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A Moral Reawakening: Understanding Landscape as Text

The views expressed are those of the author and do not necessarily reflect the views of ASPA as an organization.

By Tom R. Hulst
February 21, 2022

Introduction

The climate crisis, habitat disintegration and loss of biodiversity are obstinate and complicated public policy issues. Nevertheless, they pose an existential threat to our time and require a full-court press by policymakers and administrators at all levels. The Sixth Assessment Report (AR6) of the United Nations Intergovernmental Panel on Climate Change (IPCC) issued last summer, found that “Climate change is intensifying the water cycle that brings more intense rainfall as well as more intense drought in many regions. Further warming will amplify permafrost thawing, melting of glaciers and ice sheets and loss of summer Arctic-sea ice. Changes to the ocean, including warming, more frequent marine heatwaves, ocean acidification and reduced oxygen levels have been clearly linked to human influence.” A copy of the report is available here https://www.ipcc.ch/report/ar6/wg1/. These threats to the planet require dramatic changes in public administration, legal systems and morality. We will need to acquire a veneration of the earth as sacred text.

Conflict on Climate Policy

Despite the science on climate change, environmental policy has been severely conflicted. Global warming believers and deniers have battled over the science and the public policies needed to confront the issue. The policies of the last three administrations have bounced around like the ball in a pinball machine. The actions of the previous administration opened more Federal land for energy development, promoted the greatest expansion of oil and gas leasing ever proposed, revoked many environmental regulations, withdrew the United States from climate agreements and endorsed policies to reverse the nation’s auto efficiency and emission standards.

In contradistinction, the new administration has attempted to enact new climate policies as part of the Build Back Better Framework’s $555 billion investment. The initiatives would greatly impact construction, transportation, industry, electricity and agricultural practices throughout the economy. The framework, according to the administration, “will set the United States on course to meet its climate targets, achieving a 50-52% reduction in carbon emissions below 2005 levels in 2030 that grows domestic industries — and advances environmental justice.”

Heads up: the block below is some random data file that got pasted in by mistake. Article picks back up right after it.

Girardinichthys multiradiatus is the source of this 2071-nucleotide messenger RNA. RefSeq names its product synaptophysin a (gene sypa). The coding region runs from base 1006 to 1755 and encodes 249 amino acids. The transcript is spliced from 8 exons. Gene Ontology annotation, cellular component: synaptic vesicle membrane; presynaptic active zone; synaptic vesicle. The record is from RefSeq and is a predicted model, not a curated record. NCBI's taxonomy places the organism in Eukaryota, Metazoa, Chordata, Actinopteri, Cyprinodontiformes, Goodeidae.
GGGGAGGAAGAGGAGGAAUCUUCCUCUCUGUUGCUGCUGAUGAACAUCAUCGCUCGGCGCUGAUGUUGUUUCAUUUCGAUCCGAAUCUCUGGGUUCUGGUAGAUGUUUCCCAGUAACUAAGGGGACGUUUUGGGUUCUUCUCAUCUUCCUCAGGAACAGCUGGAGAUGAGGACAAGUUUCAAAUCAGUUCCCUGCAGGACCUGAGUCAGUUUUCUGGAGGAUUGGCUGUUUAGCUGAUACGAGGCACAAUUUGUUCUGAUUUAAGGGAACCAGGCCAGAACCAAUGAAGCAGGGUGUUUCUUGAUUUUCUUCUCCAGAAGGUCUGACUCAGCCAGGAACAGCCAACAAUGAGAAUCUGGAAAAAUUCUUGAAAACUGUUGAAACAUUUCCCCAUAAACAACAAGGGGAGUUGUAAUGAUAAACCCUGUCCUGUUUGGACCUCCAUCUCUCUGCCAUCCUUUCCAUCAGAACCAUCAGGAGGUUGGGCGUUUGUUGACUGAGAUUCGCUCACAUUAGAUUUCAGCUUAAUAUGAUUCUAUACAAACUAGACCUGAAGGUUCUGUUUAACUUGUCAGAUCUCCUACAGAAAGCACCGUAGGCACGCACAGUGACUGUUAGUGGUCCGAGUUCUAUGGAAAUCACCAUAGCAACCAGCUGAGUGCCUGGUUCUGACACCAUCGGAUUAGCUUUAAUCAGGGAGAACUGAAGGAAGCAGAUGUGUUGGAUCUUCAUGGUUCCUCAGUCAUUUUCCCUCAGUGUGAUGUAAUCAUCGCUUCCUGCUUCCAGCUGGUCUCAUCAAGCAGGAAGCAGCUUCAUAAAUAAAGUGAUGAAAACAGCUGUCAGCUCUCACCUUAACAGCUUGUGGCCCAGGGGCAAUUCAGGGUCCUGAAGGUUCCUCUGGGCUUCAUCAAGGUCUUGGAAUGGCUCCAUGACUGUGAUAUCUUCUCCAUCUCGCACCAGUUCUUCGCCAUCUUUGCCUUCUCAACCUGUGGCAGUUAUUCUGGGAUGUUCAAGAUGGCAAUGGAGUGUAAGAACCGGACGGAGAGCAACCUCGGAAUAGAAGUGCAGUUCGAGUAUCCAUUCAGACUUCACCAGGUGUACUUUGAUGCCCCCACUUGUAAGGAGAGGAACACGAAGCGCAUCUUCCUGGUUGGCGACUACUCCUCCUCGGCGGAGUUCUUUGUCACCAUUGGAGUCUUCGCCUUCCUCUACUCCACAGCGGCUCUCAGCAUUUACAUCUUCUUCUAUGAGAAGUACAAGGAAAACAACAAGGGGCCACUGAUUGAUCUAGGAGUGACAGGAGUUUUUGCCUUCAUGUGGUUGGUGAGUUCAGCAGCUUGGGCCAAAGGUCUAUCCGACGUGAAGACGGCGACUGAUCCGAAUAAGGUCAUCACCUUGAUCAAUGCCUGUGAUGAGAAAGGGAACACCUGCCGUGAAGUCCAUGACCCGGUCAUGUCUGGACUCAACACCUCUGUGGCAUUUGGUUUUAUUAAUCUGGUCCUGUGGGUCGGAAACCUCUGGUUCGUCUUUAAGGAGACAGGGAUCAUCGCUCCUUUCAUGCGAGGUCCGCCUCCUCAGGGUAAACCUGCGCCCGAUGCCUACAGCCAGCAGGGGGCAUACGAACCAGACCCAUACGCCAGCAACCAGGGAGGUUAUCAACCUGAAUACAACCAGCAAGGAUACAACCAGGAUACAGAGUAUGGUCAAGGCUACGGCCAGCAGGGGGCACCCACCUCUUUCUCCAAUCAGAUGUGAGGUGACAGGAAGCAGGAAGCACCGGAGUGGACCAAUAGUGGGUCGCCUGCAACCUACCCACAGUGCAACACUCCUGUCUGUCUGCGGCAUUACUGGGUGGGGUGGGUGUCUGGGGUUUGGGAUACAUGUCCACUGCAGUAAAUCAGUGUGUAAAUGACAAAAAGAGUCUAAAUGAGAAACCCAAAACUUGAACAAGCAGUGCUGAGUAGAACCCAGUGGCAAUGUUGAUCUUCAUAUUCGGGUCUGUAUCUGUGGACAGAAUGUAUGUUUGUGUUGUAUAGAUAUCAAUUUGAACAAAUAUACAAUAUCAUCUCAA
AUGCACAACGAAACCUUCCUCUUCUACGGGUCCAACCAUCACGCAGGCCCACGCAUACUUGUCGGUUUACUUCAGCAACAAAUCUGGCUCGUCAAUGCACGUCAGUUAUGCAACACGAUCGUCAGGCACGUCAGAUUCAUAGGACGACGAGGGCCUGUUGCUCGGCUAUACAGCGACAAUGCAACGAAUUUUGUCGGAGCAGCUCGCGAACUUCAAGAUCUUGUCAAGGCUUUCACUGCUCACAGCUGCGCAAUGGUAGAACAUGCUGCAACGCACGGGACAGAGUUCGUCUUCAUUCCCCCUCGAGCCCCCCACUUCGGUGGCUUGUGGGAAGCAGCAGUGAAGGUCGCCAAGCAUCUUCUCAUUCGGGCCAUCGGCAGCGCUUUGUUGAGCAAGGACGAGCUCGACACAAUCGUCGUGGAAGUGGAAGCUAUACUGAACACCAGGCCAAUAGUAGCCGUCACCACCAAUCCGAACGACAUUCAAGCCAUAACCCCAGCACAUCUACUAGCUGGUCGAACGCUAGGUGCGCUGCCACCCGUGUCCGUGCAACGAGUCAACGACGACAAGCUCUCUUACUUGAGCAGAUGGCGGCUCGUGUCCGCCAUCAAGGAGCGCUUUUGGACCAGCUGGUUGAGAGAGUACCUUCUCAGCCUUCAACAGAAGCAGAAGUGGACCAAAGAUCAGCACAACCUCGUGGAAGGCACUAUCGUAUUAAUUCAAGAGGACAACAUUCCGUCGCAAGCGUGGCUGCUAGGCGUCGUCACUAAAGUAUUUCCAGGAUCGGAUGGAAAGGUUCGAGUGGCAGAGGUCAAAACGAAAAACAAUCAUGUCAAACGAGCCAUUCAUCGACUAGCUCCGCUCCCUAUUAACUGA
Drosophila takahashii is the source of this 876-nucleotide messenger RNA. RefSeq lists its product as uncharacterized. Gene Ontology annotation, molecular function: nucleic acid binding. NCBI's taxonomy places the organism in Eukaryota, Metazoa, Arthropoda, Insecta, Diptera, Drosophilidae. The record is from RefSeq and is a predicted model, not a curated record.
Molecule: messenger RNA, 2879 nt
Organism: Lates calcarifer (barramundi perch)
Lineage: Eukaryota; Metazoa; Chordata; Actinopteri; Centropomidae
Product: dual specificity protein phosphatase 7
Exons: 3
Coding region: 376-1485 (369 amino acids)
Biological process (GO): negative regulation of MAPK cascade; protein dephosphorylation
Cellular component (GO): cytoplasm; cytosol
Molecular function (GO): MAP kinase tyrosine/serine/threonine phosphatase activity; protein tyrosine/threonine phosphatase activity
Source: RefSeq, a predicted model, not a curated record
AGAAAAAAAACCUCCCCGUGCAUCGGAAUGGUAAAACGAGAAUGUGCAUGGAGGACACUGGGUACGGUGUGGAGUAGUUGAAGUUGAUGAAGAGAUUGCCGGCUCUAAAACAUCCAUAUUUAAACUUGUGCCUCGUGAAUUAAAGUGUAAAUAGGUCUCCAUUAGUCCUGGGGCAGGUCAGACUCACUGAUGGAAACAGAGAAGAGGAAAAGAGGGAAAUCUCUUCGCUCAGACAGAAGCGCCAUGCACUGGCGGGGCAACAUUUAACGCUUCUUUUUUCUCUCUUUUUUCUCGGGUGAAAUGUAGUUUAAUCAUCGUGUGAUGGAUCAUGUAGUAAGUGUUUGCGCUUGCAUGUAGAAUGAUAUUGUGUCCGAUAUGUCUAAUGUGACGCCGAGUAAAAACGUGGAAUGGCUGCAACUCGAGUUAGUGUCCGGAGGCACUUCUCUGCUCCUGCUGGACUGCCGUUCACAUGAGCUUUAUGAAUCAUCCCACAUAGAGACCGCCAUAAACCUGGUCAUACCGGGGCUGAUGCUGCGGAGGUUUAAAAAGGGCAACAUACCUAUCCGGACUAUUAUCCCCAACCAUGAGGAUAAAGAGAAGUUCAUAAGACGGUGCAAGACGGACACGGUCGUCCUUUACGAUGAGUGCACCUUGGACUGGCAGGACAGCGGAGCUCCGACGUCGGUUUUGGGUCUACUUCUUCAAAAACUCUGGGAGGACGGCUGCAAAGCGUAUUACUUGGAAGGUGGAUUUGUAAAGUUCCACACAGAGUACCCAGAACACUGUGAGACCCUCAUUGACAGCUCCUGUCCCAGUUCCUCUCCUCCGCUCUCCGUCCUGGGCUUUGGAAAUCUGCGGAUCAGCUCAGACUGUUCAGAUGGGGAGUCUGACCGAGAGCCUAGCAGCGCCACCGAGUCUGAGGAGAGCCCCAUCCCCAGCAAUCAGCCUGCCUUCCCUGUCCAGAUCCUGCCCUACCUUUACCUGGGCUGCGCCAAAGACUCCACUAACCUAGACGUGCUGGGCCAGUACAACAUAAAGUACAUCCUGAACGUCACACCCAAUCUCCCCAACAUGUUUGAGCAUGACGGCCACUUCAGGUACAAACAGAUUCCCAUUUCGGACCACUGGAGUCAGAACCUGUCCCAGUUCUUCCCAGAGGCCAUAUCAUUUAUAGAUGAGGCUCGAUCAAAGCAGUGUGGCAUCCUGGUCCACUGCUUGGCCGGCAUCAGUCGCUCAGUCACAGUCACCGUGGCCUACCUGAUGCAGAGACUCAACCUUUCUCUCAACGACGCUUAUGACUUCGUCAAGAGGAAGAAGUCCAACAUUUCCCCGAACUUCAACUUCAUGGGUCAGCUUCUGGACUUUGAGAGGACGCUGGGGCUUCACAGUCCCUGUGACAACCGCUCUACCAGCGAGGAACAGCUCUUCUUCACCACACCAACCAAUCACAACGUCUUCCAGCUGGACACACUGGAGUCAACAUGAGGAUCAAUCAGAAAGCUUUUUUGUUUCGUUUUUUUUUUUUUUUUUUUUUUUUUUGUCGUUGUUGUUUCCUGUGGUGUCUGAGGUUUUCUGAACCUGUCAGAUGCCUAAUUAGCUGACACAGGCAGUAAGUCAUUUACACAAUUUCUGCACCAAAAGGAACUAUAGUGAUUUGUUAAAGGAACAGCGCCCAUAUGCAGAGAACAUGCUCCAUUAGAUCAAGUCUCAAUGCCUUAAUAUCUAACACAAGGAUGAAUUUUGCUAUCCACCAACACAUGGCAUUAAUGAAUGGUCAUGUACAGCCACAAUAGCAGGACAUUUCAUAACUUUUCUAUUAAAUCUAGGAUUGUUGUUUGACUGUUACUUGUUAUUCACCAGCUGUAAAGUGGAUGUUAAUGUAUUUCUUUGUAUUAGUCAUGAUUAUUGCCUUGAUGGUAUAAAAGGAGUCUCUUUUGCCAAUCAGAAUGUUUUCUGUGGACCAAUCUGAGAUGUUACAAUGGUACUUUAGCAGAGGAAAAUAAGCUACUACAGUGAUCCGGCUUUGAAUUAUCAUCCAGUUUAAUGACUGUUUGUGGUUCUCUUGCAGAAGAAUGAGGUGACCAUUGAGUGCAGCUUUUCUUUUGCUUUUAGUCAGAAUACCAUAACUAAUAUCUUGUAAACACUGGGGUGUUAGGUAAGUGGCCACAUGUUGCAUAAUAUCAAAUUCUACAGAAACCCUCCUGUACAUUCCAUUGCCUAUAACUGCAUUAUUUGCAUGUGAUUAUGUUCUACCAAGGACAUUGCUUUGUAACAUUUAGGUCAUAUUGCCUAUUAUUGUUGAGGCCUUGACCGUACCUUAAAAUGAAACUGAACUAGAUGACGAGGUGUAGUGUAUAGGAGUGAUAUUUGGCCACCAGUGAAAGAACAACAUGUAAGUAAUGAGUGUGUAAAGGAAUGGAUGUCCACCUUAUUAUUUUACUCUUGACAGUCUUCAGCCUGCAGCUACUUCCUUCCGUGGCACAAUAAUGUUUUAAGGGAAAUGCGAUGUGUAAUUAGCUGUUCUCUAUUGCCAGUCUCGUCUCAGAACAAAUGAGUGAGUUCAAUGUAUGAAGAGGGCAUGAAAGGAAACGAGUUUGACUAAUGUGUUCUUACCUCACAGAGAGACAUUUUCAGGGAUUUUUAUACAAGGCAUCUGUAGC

Landscape as Text

A consensus on science and policy solutions has not been forthcoming. What is needed to confront the existential menace posed by global warming is a transformative moral reawakening—a renaissance that treats the mountains as hallowed trust, the waters as the revered source of all life and the landscape as sacred text. Ronald Dworkin, in his work Freedom’s Law, called for a moral reading of constitutional text. Veneration of written text—legal writ and holy scripture, for example—is widely accepted, but the application of this idea to landforms is relatively new. We need a similar moral reading of the textual contours of our landscapes.

The first peoples of the world have demonstrated this devotion to nature, story and text for eons. The Agikuyu people, for example, are a Bantu speaking community whose ancestral home is on the slopes of Mount Kenya. According to Michael Wainaina, Land as Story and the Place of Story, “It was the place of the settling of the original family. Its significance goes beyond a land claim to include a spiritual and moral place where [humans], land and God commune and provides deep meaning to the textual importance of the landscape.” In her chapter on “Allegiance to Gratitude” in Braiding Sweetgrass, Robin Wall Kimmerer describes a Thanksgiving Address of the Onondaga Nation of New York in which the children express their gratitude for nature’s text: “We give thanks for all the waters of the world for quenching our thirst; when we look about us we see that the berries are still here; now we turn to the medicine herbs of the world. They are always waiting and ready to heal us.”

Veneration and Respect for the Earth

Modern day thought leaders taught us how to venerate landscapes as sacred texts. In 1909, John Muir famously wrote in Three Days with John Muir, The World’s Work, that, “Down beneath these miles of snow the ice is shifting, grinding, slicing, leveling, making a sierra here, a broad valley there, scooping out a Yosemite, polishing boulders and marking rock ledges with the handwriting of God, (emphasis by the author). In 1965, Justice William O. Douglas in A Wilderness Bill of Rights, wrote, “An outdoor teaching area is priceless to botanists, biologists, ornithologists. A wilderness is a living library, richer in many respects than a library filled with books.” In his final book, The Great Work, Thomas Berry called on human society to enter a new covenant with nature; and in 2020, David Attenborough writes in A Life on Our Planet, that “to create a stable and healthy world, it is biodiversity that we ought to be cherishing. “

The earth and its wisdom are holy script and speak to us morally, as constitutions, court decisions and statutes do. This wisdom calls out public administrators to support initiatives that revere the textual significance of geographical landscapes embedded in the narratives of original peoples throughout the planet.


Author: Tom R. Hulst received an MA in public administration from Washington State University, was policy advisor to Washington Governor Daniel J. Evans, administrator in the State Office of Public Instruction, and superintendent of Peninsula School District. He published The Footpaths of Justice William O. Douglas in 2004, been a long-time ASPA member, and currently teaches politics at Tacoma Community College. 

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